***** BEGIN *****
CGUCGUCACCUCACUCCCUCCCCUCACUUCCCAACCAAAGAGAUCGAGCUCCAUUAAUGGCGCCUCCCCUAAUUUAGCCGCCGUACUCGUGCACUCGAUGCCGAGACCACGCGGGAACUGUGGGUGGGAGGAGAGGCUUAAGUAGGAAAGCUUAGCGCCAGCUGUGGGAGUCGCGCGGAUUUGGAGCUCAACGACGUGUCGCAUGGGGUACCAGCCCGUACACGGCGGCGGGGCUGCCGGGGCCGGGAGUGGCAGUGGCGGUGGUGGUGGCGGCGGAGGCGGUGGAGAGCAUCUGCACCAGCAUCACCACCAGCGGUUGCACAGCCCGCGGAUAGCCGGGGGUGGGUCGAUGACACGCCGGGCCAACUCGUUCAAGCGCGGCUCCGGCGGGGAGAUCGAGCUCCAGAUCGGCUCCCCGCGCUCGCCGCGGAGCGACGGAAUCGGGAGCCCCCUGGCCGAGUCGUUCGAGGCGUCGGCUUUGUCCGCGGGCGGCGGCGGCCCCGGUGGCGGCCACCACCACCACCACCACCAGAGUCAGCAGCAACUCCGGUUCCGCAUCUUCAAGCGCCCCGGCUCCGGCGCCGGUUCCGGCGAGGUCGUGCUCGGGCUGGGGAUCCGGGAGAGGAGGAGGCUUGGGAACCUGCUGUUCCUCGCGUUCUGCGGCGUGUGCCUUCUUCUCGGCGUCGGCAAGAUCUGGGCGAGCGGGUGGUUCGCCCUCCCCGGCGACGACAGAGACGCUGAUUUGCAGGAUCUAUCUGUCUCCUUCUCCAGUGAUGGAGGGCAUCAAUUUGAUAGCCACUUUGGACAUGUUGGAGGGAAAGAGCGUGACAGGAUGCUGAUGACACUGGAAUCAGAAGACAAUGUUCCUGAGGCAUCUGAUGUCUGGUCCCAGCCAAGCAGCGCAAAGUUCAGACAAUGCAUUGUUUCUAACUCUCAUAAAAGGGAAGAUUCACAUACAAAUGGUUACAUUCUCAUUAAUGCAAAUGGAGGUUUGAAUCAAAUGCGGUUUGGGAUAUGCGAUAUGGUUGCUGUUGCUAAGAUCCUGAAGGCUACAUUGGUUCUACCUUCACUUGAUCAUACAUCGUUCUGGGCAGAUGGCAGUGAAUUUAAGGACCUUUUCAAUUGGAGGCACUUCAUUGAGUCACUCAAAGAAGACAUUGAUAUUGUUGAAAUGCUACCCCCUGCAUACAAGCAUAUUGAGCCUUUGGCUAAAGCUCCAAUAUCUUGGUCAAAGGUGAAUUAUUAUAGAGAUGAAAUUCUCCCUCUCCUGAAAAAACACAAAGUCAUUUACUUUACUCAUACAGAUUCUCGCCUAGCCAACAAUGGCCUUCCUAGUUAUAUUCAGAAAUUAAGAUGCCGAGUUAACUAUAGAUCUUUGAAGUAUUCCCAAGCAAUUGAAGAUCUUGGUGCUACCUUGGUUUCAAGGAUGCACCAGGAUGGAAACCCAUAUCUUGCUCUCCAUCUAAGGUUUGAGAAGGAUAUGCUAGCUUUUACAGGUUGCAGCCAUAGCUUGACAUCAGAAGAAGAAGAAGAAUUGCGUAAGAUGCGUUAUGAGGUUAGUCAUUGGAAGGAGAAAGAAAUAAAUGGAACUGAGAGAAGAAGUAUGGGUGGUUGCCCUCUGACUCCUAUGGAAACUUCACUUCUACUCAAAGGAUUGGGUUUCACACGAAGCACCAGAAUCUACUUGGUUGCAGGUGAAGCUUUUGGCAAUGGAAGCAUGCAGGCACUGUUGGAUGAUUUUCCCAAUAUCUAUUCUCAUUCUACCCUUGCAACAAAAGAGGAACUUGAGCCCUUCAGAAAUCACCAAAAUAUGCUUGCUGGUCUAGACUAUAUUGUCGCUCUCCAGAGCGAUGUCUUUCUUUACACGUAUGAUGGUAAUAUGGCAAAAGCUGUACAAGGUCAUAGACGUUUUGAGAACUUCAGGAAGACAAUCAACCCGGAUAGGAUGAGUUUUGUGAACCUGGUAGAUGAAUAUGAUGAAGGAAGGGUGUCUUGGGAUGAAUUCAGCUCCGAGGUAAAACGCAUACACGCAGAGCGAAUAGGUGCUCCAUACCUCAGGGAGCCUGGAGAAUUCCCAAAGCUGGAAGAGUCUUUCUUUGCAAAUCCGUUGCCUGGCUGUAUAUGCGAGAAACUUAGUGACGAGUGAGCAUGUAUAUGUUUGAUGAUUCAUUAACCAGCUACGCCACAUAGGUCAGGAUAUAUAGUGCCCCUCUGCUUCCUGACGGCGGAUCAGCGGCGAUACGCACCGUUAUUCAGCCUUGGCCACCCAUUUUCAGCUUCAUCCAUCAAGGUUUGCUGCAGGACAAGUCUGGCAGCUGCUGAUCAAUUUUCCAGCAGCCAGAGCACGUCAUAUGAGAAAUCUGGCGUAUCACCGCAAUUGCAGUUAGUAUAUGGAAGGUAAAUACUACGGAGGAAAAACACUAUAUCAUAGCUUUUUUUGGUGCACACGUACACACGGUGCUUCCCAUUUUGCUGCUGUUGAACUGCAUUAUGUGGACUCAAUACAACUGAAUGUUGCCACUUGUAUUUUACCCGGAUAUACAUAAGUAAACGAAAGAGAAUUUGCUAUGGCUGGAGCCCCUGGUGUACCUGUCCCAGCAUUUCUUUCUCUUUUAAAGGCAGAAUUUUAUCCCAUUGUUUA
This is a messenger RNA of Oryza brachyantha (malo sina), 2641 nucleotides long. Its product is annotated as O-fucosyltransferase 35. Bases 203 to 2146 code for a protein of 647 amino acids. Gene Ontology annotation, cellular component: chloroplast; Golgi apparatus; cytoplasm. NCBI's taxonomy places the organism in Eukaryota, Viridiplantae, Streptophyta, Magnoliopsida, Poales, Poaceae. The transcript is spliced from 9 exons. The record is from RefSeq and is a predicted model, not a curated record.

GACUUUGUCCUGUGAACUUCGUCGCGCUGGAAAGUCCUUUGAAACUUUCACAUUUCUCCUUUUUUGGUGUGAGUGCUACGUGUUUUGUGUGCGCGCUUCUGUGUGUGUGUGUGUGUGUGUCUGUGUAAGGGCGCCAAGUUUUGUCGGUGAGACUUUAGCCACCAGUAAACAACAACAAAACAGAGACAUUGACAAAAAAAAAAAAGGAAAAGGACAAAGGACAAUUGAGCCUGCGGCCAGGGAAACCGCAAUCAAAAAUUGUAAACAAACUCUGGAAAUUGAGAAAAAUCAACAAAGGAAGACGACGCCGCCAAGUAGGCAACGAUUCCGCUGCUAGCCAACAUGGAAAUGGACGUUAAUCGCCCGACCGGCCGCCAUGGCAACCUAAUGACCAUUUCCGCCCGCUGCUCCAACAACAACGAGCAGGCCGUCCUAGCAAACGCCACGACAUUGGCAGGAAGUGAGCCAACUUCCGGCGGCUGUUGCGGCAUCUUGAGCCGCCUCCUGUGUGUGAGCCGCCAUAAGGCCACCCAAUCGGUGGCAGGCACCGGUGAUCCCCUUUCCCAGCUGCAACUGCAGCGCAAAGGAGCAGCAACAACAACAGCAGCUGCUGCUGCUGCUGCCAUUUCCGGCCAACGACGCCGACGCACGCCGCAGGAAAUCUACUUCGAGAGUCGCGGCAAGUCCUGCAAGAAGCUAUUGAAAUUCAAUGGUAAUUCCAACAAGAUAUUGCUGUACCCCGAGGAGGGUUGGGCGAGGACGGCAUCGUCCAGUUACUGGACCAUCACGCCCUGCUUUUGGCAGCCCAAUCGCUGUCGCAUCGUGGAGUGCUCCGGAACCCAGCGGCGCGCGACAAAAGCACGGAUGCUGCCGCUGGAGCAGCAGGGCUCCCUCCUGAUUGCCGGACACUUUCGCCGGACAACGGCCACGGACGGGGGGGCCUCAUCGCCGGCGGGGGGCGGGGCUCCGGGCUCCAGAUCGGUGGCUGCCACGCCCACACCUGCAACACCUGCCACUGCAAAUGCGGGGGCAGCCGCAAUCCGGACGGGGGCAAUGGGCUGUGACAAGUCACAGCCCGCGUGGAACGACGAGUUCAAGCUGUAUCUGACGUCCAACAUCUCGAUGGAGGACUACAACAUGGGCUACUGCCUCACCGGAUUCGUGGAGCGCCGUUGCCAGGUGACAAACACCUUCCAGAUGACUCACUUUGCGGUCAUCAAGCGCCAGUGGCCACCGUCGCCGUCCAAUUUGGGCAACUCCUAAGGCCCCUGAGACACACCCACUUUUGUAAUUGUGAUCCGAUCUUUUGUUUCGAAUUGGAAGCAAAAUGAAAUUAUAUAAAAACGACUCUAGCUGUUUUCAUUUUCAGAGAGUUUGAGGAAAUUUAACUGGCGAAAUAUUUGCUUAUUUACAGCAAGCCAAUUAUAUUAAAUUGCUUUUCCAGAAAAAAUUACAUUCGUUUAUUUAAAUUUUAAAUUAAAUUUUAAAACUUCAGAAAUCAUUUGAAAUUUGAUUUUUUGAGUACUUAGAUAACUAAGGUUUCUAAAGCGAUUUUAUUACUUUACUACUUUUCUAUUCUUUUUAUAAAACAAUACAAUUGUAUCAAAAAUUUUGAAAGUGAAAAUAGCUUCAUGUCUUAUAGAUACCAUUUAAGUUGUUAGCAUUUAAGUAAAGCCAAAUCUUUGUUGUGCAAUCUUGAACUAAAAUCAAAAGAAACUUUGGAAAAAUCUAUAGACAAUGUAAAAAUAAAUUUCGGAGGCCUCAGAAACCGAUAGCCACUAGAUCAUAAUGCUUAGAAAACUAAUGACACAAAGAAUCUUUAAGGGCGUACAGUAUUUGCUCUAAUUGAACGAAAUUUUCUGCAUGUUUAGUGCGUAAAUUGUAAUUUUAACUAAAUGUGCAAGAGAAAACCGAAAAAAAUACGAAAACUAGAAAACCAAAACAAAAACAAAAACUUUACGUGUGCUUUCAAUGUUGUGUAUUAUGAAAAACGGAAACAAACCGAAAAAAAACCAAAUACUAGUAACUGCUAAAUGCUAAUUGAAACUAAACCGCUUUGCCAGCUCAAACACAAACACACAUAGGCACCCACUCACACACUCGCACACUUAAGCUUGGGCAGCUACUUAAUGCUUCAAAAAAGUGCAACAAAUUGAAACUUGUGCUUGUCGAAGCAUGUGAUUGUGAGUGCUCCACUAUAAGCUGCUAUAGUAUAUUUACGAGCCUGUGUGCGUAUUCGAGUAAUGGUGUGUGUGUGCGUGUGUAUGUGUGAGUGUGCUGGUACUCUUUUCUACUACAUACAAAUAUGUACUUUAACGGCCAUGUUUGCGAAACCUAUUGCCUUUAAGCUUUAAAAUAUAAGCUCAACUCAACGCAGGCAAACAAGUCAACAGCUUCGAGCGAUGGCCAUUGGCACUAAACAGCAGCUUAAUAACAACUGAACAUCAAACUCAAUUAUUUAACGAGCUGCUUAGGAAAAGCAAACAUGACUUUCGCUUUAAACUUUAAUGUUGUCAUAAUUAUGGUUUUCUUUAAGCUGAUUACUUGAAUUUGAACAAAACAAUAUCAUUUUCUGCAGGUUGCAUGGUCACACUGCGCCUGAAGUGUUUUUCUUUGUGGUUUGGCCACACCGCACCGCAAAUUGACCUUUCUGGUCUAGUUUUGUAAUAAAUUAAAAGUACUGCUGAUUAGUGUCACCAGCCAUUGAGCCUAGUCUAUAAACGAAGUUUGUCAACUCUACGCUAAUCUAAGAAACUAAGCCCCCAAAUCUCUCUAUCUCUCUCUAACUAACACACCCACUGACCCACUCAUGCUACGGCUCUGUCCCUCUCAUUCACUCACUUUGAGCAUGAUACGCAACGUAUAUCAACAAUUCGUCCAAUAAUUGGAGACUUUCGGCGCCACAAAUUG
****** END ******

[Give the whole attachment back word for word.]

CGUCGUCACCUCACUCCCUCCCCUCACUUCCCAACCAAAGAGAUCGAGCUCCAUUAAUGGCGCCUCCCCUAAUUUAGCCGCCGUACUCGUGCACUCGAUGCCGAGACCACGCGGGAACUGUGGGUGGGAGGAGAGGCUUAAGUAGGAAAGCUUAGCGCCAGCUGUGGGAGUCGCGCGGAUUUGGAGCUCAACGACGUGUCGCAUGGGGUACCAGCCCGUACACGGCGGCGGGGCUGCCGGGGCCGGGAGUGGCAGUGGCGGUGGUGGUGGCGGCGGAGGCGGUGGAGAGCAUCUGCACCAGCAUCACCACCAGCGGUUGCACAGCCCGCGGAUAGCCGGGGGUGGGUCGAUGACACGCCGGGCCAACUCGUUCAAGCGCGGCUCCGGCGGGGAGAUCGAGCUCCAGAUCGGCUCCCCGCGCUCGCCGCGGAGCGACGGAAUCGGGAGCCCCCUGGCCGAGUCGUUCGAGGCGUCGGCUUUGUCCGCGGGCGGCGGCGGCCCCGGUGGCGGCCACCACCACCACCACCACCAGAGUCAGCAGCAACUCCGGUUCCGCAUCUUCAAGCGCCCCGGCUCCGGCGCCGGUUCCGGCGAGGUCGUGCUCGGGCUGGGGAUCCGGGAGAGGAGGAGGCUUGGGAACCUGCUGUUCCUCGCGUUCUGCGGCGUGUGCCUUCUUCUCGGCGUCGGCAAGAUCUGGGCGAGCGGGUGGUUCGCCCUCCCCGGCGACGACAGAGACGCUGAUUUGCAGGAUCUAUCUGUCUCCUUCUCCAGUGAUGGAGGGCAUCAAUUUGAUAGCCACUUUGGACAUGUUGGAGGGAAAGAGCGUGACAGGAUGCUGAUGACACUGGAAUCAGAAGACAAUGUUCCUGAGGCAUCUGAUGUCUGGUCCCAGCCAAGCAGCGCAAAGUUCAGACAAUGCAUUGUUUCUAACUCUCAUAAAAGGGAAGAUUCACAUACAAAUGGUUACAUUCUCAUUAAUGCAAAUGGAGGUUUGAAUCAAAUGCGGUUUGGGAUAUGCGAUAUGGUUGCUGUUGCUAAGAUCCUGAAGGCUACAUUGGUUCUACCUUCACUUGAUCAUACAUCGUUCUGGGCAGAUGGCAGUGAAUUUAAGGACCUUUUCAAUUGGAGGCACUUCAUUGAGUCACUCAAAGAAGACAUUGAUAUUGUUGAAAUGCUACCCCCUGCAUACAAGCAUAUUGAGCCUUUGGCUAAAGCUCCAAUAUCUUGGUCAAAGGUGAAUUAUUAUAGAGAUGAAAUUCUCCCUCUCCUGAAAAAACACAAAGUCAUUUACUUUACUCAUACAGAUUCUCGCCUAGCCAACAAUGGCCUUCCUAGUUAUAUUCAGAAAUUAAGAUGCCGAGUUAACUAUAGAUCUUUGAAGUAUUCCCAAGCAAUUGAAGAUCUUGGUGCUACCUUGGUUUCAAGGAUGCACCAGGAUGGAAACCCAUAUCUUGCUCUCCAUCUAAGGUUUGAGAAGGAUAUGCUAGCUUUUACAGGUUGCAGCCAUAGCUUGACAUCAGAAGAAGAAGAAGAAUUGCGUAAGAUGCGUUAUGAGGUUAGUCAUUGGAAGGAGAAAGAAAUAAAUGGAACUGAGAGAAGAAGUAUGGGUGGUUGCCCUCUGACUCCUAUGGAAACUUCACUUCUACUCAAAGGAUUGGGUUUCACACGAAGCACCAGAAUCUACUUGGUUGCAGGUGAAGCUUUUGGCAAUGGAAGCAUGCAGGCACUGUUGGAUGAUUUUCCCAAUAUCUAUUCUCAUUCUACCCUUGCAACAAAAGAGGAACUUGAGCCCUUCAGAAAUCACCAAAAUAUGCUUGCUGGUCUAGACUAUAUUGUCGCUCUCCAGAGCGAUGUCUUUCUUUACACGUAUGAUGGUAAUAUGGCAAAAGCUGUACAAGGUCAUAGACGUUUUGAGAACUUCAGGAAGACAAUCAACCCGGAUAGGAUGAGUUUUGUGAACCUGGUAGAUGAAUAUGAUGAAGGAAGGGUGUCUUGGGAUGAAUUCAGCUCCGAGGUAAAACGCAUACACGCAGAGCGAAUAGGUGCUCCAUACCUCAGGGAGCCUGGAGAAUUCCCAAAGCUGGAAGAGUCUUUCUUUGCAAAUCCGUUGCCUGGCUGUAUAUGCGAGAAACUUAGUGACGAGUGAGCAUGUAUAUGUUUGAUGAUUCAUUAACCAGCUACGCCACAUAGGUCAGGAUAUAUAGUGCCCCUCUGCUUCCUGACGGCGGAUCAGCGGCGAUACGCACCGUUAUUCAGCCUUGGCCACCCAUUUUCAGCUUCAUCCAUCAAGGUUUGCUGCAGGACAAGUCUGGCAGCUGCUGAUCAAUUUUCCAGCAGCCAGAGCACGUCAUAUGAGAAAUCUGGCGUAUCACCGCAAUUGCAGUUAGUAUAUGGAAGGUAAAUACUACGGAGGAAAAACACUAUAUCAUAGCUUUUUUUGGUGCACACGUACACACGGUGCUUCCCAUUUUGCUGCUGUUGAACUGCAUUAUGUGGACUCAAUACAACUGAAUGUUGCCACUUGUAUUUUACCCGGAUAUACAUAAGUAAACGAAAGAGAAUUUGCUAUGGCUGGAGCCCCUGGUGUACCUGUCCCAGCAUUUCUUUCUCUUUUAAAGGCAGAAUUUUAUCCCAUUGUUUA
This is a messenger RNA of Oryza brachyantha (malo sina), 2641 nucleotides long. Its product is annotated as O-fucosyltransferase 35. Bases 203 to 2146 code for a protein of 647 amino acids. Gene Ontology annotation, cellular component: chloroplast; Golgi apparatus; cytoplasm. NCBI's taxonomy places the organism in Eukaryota, Viridiplantae, Streptophyta, Magnoliopsida, Poales, Poaceae. The transcript is spliced from 9 exons. The record is from RefSeq and is a predicted model, not a curated record.

GACUUUGUCCUGUGAACUUCGUCGCGCUGGAAAGUCCUUUGAAACUUUCACAUUUCUCCUUUUUUGGUGUGAGUGCUACGUGUUUUGUGUGCGCGCUUCUGUGUGUGUGUGUGUGUGUGUCUGUGUAAGGGCGCCAAGUUUUGUCGGUGAGACUUUAGCCACCAGUAAACAACAACAAAACAGAGACAUUGACAAAAAAAAAAAAGGAAAAGGACAAAGGACAAUUGAGCCUGCGGCCAGGGAAACCGCAAUCAAAAAUUGUAAACAAACUCUGGAAAUUGAGAAAAAUCAACAAAGGAAGACGACGCCGCCAAGUAGGCAACGAUUCCGCUGCUAGCCAACAUGGAAAUGGACGUUAAUCGCCCGACCGGCCGCCAUGGCAACCUAAUGACCAUUUCCGCCCGCUGCUCCAACAACAACGAGCAGGCCGUCCUAGCAAACGCCACGACAUUGGCAGGAAGUGAGCCAACUUCCGGCGGCUGUUGCGGCAUCUUGAGCCGCCUCCUGUGUGUGAGCCGCCAUAAGGCCACCCAAUCGGUGGCAGGCACCGGUGAUCCCCUUUCCCAGCUGCAACUGCAGCGCAAAGGAGCAGCAACAACAACAGCAGCUGCUGCUGCUGCUGCCAUUUCCGGCCAACGACGCCGACGCACGCCGCAGGAAAUCUACUUCGAGAGUCGCGGCAAGUCCUGCAAGAAGCUAUUGAAAUUCAAUGGUAAUUCCAACAAGAUAUUGCUGUACCCCGAGGAGGGUUGGGCGAGGACGGCAUCGUCCAGUUACUGGACCAUCACGCCCUGCUUUUGGCAGCCCAAUCGCUGUCGCAUCGUGGAGUGCUCCGGAACCCAGCGGCGCGCGACAAAAGCACGGAUGCUGCCGCUGGAGCAGCAGGGCUCCCUCCUGAUUGCCGGACACUUUCGCCGGACAACGGCCACGGACGGGGGGGCCUCAUCGCCGGCGGGGGGCGGGGCUCCGGGCUCCAGAUCGGUGGCUGCCACGCCCACACCUGCAACACCUGCCACUGCAAAUGCGGGGGCAGCCGCAAUCCGGACGGGGGCAAUGGGCUGUGACAAGUCACAGCCCGCGUGGAACGACGAGUUCAAGCUGUAUCUGACGUCCAACAUCUCGAUGGAGGACUACAACAUGGGCUACUGCCUCACCGGAUUCGUGGAGCGCCGUUGCCAGGUGACAAACACCUUCCAGAUGACUCACUUUGCGGUCAUCAAGCGCCAGUGGCCACCGUCGCCGUCCAAUUUGGGCAACUCCUAAGGCCCCUGAGACACACCCACUUUUGUAAUUGUGAUCCGAUCUUUUGUUUCGAAUUGGAAGCAAAAUGAAAUUAUAUAAAAACGACUCUAGCUGUUUUCAUUUUCAGAGAGUUUGAGGAAAUUUAACUGGCGAAAUAUUUGCUUAUUUACAGCAAGCCAAUUAUAUUAAAUUGCUUUUCCAGAAAAAAUUACAUUCGUUUAUUUAAAUUUUAAAUUAAAUUUUAAAACUUCAGAAAUCAUUUGAAAUUUGAUUUUUUGAGUACUUAGAUAACUAAGGUUUCUAAAGCGAUUUUAUUACUUUACUACUUUUCUAUUCUUUUUAUAAAACAAUACAAUUGUAUCAAAAAUUUUGAAAGUGAAAAUAGCUUCAUGUCUUAUAGAUACCAUUUAAGUUGUUAGCAUUUAAGUAAAGCCAAAUCUUUGUUGUGCAAUCUUGAACUAAAAUCAAAAGAAACUUUGGAAAAAUCUAUAGACAAUGUAAAAAUAAAUUUCGGAGGCCUCAGAAACCGAUAGCCACUAGAUCAUAAUGCUUAGAAAACUAAUGACACAAAGAAUCUUUAAGGGCGUACAGUAUUUGCUCUAAUUGAACGAAAUUUUCUGCAUGUUUAGUGCGUAAAUUGUAAUUUUAACUAAAUGUGCAAGAGAAAACCGAAAAAAAUACGAAAACUAGAAAACCAAAACAAAAACAAAAACUUUACGUGUGCUUUCAAUGUUGUGUAUUAUGAAAAACGGAAACAAACCGAAAAAAAACCAAAUACUAGUAACUGCUAAAUGCUAAUUGAAACUAAACCGCUUUGCCAGCUCAAACACAAACACACAUAGGCACCCACUCACACACUCGCACACUUAAGCUUGGGCAGCUACUUAAUGCUUCAAAAAAGUGCAACAAAUUGAAACUUGUGCUUGUCGAAGCAUGUGAUUGUGAGUGCUCCACUAUAAGCUGCUAUAGUAUAUUUACGAGCCUGUGUGCGUAUUCGAGUAAUGGUGUGUGUGUGCGUGUGUAUGUGUGAGUGUGCUGGUACUCUUUUCUACUACAUACAAAUAUGUACUUUAACGGCCAUGUUUGCGAAACCUAUUGCCUUUAAGCUUUAAAAUAUAAGCUCAACUCAACGCAGGCAAACAAGUCAACAGCUUCGAGCGAUGGCCAUUGGCACUAAACAGCAGCUUAAUAACAACUGAACAUCAAACUCAAUUAUUUAACGAGCUGCUUAGGAAAAGCAAACAUGACUUUCGCUUUAAACUUUAAUGUUGUCAUAAUUAUGGUUUUCUUUAAGCUGAUUACUUGAAUUUGAACAAAACAAUAUCAUUUUCUGCAGGUUGCAUGGUCACACUGCGCCUGAAGUGUUUUUCUUUGUGGUUUGGCCACACCGCACCGCAAAUUGACCUUUCUGGUCUAGUUUUGUAAUAAAUUAAAAGUACUGCUGAUUAGUGUCACCAGCCAUUGAGCCUAGUCUAUAAACGAAGUUUGUCAACUCUACGCUAAUCUAAGAAACUAAGCCCCCAAAUCUCUCUAUCUCUCUCUAACUAACACACCCACUGACCCACUCAUGCUACGGCUCUGUCCCUCUCAUUCACUCACUUUGAGCAUGAUACGCAACGUAUAUCAACAAUUCGUCCAAUAAUUGGAGACUUUCGGCGCCACAAAUUG